Erdbeerschnitzel – Cushion
Tim Keiling has blossomed as a producer since he first emerged with his particularly quirky brand of sonics in the late 00s. Emerging from the net label scene it wasn’t long before he was snapped up by the likes of 4 Lux and 3rd Strike for his unique and idiosyncratic approach to making house under the colorfully titled Erdbeerschnitzel moniker. If there is an obvious reference point in terms of Keiling’s school of thought in making music, it would most likely be the mixture of tongue-in-cheek nonsense and intricate production skills that typifies Akufen and his like-minded Canadians.
However, as he has matured as an artist, so his palette has brought in more refined elements that have elevated Keiling’s music as Erbeerschitzel above the basic level of cheekiness. This comes through in abundance on this latest EP for Delsin’s house-focused series. “Cushion” kicks proceedings off, taking a gentle but firm drum pattern and slowly unfurling gossamer layers of flute and string in a heart-rending harmony.
There’s a pastoral, folky quality to the musicality within the track, whilst in between the star attractions a multitude of sounds and samples work away, populating the mix with a living, breathing animation. In its simplest terms “Cushion” is a soaring track to engender emotional moments for its listeners, but there’s an intangible feeling that the more organic elements in the track reach for something deeper than that.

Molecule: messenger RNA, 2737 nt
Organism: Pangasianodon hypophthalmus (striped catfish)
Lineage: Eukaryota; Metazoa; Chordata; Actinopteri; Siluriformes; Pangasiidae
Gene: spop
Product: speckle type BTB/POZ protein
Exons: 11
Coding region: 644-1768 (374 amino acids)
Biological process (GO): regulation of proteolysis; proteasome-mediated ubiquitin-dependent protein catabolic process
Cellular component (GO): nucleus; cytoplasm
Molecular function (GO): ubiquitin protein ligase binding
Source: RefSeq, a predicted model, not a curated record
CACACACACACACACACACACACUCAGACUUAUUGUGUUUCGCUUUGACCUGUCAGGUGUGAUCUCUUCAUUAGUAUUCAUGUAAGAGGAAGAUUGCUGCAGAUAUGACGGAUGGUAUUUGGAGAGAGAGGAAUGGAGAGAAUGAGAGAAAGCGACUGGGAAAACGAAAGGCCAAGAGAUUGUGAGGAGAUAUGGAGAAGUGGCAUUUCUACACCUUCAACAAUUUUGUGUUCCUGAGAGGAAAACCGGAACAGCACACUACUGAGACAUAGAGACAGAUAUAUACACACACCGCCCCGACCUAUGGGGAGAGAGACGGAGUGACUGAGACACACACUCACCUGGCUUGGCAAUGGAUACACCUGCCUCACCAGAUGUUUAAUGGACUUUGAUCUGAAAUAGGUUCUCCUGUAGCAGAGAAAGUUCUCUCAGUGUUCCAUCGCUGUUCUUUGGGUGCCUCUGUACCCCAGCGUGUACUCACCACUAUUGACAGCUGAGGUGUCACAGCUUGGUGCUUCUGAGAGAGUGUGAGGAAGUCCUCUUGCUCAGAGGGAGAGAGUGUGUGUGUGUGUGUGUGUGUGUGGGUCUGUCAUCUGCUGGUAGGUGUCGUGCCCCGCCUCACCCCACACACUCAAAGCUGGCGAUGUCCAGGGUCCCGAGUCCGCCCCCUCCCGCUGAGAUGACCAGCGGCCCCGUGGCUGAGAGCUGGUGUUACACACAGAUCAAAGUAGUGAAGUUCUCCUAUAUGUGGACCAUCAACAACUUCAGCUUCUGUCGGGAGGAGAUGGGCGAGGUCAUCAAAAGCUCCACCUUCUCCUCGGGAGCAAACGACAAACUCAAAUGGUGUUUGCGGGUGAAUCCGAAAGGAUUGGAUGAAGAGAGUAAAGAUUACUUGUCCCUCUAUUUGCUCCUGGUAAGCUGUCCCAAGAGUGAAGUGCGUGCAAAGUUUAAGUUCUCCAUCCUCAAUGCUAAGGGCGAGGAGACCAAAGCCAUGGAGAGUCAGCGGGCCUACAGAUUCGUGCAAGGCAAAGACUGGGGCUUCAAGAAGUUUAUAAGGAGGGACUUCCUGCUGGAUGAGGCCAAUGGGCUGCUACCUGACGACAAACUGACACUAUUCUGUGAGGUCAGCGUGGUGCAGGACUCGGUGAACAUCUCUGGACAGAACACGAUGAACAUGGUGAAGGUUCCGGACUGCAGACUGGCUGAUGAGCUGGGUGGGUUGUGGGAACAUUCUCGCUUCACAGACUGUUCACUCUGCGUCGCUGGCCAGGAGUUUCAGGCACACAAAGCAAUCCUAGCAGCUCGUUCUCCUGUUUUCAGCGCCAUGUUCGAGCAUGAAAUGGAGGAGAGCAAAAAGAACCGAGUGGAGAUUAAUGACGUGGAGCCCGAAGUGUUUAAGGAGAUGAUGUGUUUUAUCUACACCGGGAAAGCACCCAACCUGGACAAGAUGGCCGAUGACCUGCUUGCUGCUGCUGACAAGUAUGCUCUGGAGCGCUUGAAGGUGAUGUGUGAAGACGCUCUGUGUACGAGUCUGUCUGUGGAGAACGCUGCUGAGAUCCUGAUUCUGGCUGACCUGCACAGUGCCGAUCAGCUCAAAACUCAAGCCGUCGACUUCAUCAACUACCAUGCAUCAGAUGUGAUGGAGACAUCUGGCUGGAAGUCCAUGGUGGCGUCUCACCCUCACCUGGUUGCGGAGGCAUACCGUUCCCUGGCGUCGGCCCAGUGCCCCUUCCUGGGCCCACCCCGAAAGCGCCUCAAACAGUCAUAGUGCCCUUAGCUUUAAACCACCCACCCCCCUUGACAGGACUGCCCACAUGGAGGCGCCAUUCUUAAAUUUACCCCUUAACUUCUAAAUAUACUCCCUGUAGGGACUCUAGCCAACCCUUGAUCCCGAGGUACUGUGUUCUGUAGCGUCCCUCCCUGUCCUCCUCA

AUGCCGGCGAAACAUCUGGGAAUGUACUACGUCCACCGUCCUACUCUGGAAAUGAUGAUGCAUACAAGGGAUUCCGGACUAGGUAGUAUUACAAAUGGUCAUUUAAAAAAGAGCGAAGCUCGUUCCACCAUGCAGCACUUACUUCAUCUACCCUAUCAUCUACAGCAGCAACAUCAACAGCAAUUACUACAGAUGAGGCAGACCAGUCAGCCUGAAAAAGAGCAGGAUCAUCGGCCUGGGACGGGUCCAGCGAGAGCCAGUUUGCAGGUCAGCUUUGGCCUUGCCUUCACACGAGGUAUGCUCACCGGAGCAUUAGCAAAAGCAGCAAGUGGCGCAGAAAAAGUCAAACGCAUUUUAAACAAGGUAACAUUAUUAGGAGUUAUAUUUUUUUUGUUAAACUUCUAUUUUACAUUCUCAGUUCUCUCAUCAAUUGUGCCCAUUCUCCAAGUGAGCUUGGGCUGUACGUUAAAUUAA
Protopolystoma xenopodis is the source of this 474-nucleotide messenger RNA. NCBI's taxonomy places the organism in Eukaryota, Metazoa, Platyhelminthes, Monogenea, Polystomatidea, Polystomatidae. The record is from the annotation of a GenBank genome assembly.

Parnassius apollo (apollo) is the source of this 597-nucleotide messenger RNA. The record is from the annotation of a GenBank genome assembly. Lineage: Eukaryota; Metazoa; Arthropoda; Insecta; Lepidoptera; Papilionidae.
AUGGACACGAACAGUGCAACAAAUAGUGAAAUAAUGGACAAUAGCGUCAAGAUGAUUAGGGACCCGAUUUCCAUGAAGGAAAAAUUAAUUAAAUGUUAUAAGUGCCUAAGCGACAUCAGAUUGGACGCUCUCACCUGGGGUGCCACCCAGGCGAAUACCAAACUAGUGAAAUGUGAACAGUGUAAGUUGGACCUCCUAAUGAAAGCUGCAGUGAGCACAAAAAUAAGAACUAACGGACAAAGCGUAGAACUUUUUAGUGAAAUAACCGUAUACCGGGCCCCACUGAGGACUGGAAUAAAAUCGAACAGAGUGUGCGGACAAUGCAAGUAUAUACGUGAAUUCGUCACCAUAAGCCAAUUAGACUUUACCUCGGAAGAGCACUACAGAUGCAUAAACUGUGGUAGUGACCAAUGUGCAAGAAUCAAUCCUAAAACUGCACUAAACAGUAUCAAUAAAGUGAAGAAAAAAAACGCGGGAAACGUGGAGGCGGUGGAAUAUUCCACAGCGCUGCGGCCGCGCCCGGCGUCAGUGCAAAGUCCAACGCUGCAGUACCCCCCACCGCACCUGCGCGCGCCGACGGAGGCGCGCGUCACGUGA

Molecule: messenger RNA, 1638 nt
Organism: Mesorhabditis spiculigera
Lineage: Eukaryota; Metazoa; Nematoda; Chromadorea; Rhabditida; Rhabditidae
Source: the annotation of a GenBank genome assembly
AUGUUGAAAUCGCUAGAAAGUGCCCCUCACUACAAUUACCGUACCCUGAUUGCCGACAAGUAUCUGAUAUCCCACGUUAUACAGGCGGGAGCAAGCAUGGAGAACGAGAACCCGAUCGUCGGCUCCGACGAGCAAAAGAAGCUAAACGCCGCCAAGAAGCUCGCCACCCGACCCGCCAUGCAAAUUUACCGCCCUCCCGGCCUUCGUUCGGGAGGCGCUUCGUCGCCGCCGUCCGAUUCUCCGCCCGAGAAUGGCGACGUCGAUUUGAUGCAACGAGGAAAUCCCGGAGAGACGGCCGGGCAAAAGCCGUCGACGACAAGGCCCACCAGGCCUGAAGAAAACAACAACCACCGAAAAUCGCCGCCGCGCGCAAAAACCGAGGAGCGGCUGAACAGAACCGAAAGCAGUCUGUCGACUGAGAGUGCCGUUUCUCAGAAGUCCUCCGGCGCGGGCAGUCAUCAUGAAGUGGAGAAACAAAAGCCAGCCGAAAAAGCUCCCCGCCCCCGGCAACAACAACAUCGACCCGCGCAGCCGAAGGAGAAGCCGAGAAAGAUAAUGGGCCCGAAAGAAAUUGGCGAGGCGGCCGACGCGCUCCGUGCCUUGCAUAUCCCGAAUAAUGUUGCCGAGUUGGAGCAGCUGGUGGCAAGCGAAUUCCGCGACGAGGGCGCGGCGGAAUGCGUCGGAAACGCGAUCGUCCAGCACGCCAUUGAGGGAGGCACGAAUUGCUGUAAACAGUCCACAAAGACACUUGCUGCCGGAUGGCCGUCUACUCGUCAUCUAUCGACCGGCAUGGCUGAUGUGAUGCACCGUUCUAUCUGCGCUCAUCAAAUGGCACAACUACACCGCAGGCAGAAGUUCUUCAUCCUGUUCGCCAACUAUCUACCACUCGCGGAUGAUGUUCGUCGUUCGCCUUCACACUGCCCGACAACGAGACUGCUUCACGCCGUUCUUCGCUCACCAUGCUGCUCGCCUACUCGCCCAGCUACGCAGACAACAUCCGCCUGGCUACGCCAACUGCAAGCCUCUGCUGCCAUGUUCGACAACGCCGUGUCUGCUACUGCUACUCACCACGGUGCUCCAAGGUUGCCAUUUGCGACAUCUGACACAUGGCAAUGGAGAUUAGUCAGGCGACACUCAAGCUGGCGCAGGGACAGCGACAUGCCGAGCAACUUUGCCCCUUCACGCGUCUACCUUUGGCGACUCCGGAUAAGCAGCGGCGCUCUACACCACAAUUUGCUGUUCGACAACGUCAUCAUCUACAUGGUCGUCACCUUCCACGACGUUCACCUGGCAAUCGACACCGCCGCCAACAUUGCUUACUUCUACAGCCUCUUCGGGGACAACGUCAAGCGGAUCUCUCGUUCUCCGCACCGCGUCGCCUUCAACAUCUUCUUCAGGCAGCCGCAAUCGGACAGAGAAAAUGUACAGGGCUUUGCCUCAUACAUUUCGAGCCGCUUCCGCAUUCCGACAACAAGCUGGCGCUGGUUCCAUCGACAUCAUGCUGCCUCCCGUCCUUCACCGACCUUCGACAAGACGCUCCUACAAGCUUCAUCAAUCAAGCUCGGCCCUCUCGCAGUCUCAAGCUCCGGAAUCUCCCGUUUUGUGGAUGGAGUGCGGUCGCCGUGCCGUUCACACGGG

“Am Bossele” is a much more electronic beast, as playful spirals of synth dart around snappy percussion and a dizzying array of micro-samples get cheeky in the mix. The reason that Keiling’s music stands apart from the wider micro-house movement is his choice in synths and primary drums, opting for full bodied analogue stylings rather than slender slithers of noise, and this comes through wholeheartedly on “Am Bossele”. However the vocal snippets that come stuttering in seem a little at odds with the rest of the track, sounding more like a throwback to the dubstep fallout’s predilection for pitched down R&B croons.
Weighing in at nine minutes, “Crossroads” is the most expansive cut on this record, making the most of more breathing room to let the mellow elements filter in slowly. It’s a laconic trip through deep house buoyed by the rich spread of sound sources, and strengthened by the same emotional purpose that made “Cushion”. Moving through varying sections of synthesised bliss, the mood remains consistently luxuriant, whether it’s cascading arpeggios or effervescent chord stabs setting the tone. A special mention though has to go to the breakdown, which sets off wonderfully deceptive false starts and flamboyant arrangement before the track kicks back in in earnest.
Viewed as a whole, the success Tim Keiling has achieved with this latest Erdbeerschnitzel offering is in keeping his individuality low-key. On the surface, these tracks make all the right moves to fit into the modern deep house scramble, and yet on closer inspection they shimmer in a thoroughly singular way. Sometimes, there is a greater satisfaction in music that does not have to loudly advertise how unique it is.
A2. Am Bossele